Rocket Team returns from the IREC with two awards and new perspectives
The University of Minnesota Rocket Team was one of 52 teams from around the world competing in the Intercollegiate Rocket Engineering Competition (IREC), held in Green River, Utah from June 15-18. The competition, which is sponsored by aerospace powerhouses such as Orbital ATK, SpaceX, and Aerojet Rocketdyne, is hosted by the Experimental Sounding Rocket Association. The ESRA is a non-profit organization committed to fostering and promoting engineering knowledge and experience in the field of experimental sounding rocketry.
The University of Minnesota Rocket Team is proud to announce that they received two awards at the IREC—for Team Spirit and First Place Payload, and finished 16th out of 44 teams competing in the basic competition category. Student teams competing in the IREC basic category must design, build, and launch a rocket carrying no less than ten pounds of payload to a target apogee of 10,000 feet AGL. A judging panel evaluates competitors based on the quality of required documentation, a poster presentation delivered at the IREC, their project's design and construction, and finally the system's performance on launch day.
In addition to the basic requirements of the IREC, the Rocket Team also responded to the optional technical requirement of producing a meaningful payload. This challenge was levied by The Space Dynamics Laboratory (SDL) of the Utah State University Research Foundation, because, in the words of the SDL, “there’s no reason to launch a rocket unless there’s a payload!” Rocket Team treasurer, Stephanie Wegner, describes, “Our payload was a semi-autonomous rover that several members of our group designed and built.” The team’s efforts paid off, earning them the SDL Payload Challenge First Place Award, and a $700 cash prize.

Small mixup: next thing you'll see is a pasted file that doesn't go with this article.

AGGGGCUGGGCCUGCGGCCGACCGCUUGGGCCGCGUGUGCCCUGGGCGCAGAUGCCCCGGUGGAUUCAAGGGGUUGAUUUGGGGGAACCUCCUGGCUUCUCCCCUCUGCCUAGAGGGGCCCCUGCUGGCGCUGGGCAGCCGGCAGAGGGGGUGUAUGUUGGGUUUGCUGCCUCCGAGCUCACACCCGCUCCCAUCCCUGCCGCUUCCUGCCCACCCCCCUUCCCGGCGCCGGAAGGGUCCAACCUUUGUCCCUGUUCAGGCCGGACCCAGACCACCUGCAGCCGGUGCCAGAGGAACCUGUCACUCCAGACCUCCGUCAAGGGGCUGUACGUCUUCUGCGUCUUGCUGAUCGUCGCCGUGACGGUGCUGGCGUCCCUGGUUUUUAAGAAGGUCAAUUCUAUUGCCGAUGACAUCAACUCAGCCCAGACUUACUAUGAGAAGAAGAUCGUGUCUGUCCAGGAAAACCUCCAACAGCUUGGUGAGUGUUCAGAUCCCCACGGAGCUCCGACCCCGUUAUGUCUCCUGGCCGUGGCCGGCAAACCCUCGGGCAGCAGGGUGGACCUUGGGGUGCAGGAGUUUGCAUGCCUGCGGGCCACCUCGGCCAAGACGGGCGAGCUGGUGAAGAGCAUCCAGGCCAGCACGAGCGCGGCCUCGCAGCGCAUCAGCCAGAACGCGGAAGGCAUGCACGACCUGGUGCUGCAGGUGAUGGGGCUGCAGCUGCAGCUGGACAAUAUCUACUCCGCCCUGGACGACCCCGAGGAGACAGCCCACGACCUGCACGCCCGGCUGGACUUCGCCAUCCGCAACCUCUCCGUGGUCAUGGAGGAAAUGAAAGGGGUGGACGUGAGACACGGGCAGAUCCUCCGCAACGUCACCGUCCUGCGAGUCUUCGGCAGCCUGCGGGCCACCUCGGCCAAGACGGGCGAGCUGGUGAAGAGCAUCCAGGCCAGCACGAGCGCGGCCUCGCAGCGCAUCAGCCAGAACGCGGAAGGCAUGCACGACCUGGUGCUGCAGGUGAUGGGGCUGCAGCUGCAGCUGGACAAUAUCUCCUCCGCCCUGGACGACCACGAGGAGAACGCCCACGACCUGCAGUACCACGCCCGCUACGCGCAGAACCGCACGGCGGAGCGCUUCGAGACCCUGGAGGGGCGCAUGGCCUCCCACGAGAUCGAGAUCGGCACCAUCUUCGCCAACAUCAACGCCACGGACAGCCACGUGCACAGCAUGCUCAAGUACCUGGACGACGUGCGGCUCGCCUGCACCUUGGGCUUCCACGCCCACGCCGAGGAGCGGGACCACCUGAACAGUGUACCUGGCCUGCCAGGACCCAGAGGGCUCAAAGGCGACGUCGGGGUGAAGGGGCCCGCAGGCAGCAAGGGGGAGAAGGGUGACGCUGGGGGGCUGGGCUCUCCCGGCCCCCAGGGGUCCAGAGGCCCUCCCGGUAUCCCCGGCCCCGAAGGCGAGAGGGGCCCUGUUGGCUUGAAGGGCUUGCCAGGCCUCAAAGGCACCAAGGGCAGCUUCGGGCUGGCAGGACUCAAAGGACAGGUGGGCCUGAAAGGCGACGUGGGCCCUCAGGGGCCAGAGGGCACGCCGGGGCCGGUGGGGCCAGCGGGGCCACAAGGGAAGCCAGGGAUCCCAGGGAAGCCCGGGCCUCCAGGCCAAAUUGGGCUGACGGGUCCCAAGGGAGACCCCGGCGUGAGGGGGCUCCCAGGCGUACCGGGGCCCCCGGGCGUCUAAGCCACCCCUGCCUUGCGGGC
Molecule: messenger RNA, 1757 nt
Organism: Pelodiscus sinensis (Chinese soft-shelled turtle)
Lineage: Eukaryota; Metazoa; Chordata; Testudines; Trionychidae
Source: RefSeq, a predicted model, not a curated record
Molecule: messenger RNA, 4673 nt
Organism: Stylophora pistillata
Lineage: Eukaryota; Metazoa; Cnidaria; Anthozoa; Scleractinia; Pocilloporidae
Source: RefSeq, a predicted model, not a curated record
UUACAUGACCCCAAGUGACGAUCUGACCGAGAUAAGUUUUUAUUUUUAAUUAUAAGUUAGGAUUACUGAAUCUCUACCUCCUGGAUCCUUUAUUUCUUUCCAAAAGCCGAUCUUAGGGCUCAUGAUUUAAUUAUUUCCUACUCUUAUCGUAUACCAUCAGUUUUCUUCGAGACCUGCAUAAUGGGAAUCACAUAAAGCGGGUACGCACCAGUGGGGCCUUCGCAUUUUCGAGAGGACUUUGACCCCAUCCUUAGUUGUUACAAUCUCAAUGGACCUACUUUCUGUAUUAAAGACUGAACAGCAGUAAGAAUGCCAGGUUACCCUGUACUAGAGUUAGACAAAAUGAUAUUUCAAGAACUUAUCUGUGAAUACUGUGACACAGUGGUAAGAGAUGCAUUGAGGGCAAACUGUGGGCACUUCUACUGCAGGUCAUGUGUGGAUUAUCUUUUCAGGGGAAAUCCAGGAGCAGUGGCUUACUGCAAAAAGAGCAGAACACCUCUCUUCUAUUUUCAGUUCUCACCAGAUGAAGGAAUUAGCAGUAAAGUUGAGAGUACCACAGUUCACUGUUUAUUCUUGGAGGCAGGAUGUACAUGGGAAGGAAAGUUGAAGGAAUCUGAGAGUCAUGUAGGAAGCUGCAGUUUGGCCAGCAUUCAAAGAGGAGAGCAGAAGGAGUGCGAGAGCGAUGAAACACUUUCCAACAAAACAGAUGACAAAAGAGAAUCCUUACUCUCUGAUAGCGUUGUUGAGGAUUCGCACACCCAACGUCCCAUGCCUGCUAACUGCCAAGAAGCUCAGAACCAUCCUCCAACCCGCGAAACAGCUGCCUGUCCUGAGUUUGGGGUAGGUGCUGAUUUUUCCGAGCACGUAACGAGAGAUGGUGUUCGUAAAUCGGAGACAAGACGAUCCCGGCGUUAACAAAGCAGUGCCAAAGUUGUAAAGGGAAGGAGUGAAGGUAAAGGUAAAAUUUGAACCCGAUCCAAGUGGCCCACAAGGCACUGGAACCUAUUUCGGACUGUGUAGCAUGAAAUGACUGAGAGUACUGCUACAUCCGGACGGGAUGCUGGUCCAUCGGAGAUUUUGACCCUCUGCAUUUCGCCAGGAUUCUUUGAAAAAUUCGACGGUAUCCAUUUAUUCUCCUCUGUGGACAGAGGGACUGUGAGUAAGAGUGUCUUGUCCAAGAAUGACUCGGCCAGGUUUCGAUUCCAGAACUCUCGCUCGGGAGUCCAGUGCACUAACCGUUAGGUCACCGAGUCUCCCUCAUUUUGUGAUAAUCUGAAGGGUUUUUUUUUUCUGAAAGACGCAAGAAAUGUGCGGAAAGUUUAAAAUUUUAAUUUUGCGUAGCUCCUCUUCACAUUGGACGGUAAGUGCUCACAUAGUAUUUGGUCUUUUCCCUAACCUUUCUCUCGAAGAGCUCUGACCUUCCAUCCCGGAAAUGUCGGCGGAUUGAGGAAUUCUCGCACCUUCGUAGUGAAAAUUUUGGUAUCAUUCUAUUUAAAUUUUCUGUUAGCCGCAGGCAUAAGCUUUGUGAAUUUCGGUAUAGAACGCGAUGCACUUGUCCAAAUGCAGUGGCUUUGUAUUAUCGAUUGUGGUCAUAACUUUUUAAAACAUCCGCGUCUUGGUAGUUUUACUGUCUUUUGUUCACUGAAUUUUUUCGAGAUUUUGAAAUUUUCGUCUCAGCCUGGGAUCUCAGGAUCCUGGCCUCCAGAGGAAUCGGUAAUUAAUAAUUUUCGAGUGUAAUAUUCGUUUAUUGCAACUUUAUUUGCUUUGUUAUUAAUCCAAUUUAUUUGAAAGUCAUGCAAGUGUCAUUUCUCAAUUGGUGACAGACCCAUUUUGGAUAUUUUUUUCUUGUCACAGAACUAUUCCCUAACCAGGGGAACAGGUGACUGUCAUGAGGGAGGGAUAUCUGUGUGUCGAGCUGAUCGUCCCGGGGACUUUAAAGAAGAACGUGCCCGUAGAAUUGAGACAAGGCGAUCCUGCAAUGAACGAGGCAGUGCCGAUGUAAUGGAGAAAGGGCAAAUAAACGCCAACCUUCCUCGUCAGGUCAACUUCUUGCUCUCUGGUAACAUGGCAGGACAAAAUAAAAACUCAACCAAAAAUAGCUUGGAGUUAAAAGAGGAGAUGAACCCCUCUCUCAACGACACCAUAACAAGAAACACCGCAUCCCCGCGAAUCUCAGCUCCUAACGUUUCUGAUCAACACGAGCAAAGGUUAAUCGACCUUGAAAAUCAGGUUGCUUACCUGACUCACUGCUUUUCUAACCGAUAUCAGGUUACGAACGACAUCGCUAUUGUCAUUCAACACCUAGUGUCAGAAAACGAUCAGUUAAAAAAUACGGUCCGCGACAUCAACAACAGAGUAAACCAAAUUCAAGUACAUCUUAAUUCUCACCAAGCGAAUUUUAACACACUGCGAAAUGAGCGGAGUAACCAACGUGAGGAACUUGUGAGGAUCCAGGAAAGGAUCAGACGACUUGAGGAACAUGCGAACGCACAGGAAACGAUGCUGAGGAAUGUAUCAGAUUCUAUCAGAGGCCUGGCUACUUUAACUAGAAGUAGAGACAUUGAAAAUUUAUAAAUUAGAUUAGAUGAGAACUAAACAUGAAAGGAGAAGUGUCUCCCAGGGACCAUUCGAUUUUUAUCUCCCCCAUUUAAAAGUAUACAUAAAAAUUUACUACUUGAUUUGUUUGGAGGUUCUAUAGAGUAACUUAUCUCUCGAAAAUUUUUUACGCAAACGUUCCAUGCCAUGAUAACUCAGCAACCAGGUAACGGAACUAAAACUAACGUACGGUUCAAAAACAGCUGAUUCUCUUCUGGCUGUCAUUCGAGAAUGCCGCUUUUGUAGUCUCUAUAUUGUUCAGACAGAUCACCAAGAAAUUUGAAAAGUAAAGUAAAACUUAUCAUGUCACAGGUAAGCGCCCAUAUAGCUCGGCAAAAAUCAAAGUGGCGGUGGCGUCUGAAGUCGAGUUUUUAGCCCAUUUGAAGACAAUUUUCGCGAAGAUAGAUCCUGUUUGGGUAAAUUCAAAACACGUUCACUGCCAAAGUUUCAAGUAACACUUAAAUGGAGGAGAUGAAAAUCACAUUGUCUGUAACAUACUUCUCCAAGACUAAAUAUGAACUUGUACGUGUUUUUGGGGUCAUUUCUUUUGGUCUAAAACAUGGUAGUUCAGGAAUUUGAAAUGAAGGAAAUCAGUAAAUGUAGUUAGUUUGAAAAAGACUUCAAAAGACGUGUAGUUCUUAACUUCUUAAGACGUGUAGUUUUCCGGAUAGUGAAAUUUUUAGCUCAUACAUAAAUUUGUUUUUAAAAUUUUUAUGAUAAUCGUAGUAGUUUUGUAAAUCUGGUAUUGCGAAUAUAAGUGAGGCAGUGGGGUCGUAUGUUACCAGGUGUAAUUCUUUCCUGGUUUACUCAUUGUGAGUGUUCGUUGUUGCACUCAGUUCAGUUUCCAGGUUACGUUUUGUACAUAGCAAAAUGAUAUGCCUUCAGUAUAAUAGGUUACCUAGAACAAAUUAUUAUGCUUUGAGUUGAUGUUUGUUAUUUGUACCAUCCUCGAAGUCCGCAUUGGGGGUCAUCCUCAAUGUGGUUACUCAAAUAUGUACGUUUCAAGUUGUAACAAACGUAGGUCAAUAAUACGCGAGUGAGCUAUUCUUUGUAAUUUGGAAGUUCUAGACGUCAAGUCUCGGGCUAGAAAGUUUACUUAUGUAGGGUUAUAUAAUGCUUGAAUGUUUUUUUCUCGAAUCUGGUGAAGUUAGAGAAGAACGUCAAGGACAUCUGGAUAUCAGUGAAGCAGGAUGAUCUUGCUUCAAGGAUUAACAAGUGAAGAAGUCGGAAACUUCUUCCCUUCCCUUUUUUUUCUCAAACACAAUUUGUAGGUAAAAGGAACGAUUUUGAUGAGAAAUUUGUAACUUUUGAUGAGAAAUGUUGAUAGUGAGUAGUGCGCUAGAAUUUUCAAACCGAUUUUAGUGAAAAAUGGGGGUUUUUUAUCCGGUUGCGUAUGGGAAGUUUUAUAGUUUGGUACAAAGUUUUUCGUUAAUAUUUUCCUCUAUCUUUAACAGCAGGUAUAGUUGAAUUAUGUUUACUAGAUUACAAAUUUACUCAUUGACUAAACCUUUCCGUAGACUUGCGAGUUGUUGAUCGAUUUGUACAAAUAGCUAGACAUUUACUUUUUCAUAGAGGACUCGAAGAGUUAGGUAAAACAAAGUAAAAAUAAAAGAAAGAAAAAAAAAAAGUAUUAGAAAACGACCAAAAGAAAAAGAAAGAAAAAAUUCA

Wegner commends her fellow teammates on a job well done preparing for the competition flight. She says, “Members have worked hard all year on various aspects of our final rocket, some of which included a reefed parachute, live telemetry, pitot-static system, and student built composite body tubes.” On the day of the competition flight, “the team spent Saturday morning preparing the rocket and ended up taking it out to the launch pad in the early afternoon. The Utah heat was not forgiving,” Wegner said, “but luckily we painted the rocket a lighter color this year, and according to our data the inside of the rocket peaked around 120 degrees Fahrenheit.”
The team was able to celebrate a successful ascent in the competition flight, as the rocket flew toward 10,000 feet! However, Wegner recounts, “The way down was just as quick—no parachutes deployed and the rocket landed ballistically in the desert. We were able to find where it fell, which made for an interesting recovery. It landed nose first and compacted the rocket from 13.5 feet long to about four feet long. Pieces of the rover, avionics bay, and shattered body tubes were saved and brought back to campus. The ejection charge canisters, which contained two redundant black powder charges for the parachute to eject at apogee, were found with black powder still in them. This tells us that our charges never fired to create the explosion that splits the rocket at apogee.”
Although the Team is not positive as to why their rocket didn’t deploy its parachute, they learned a lot throughout the competition and school year. Wegner says, “We’re already starting to prepare for next year with ideas and improvements, and are excited to grow our team and gain new perspectives. We consider this year an overall success, and are humbled to have received two awards that represent the hard work and positive attitude we strive to achieve.”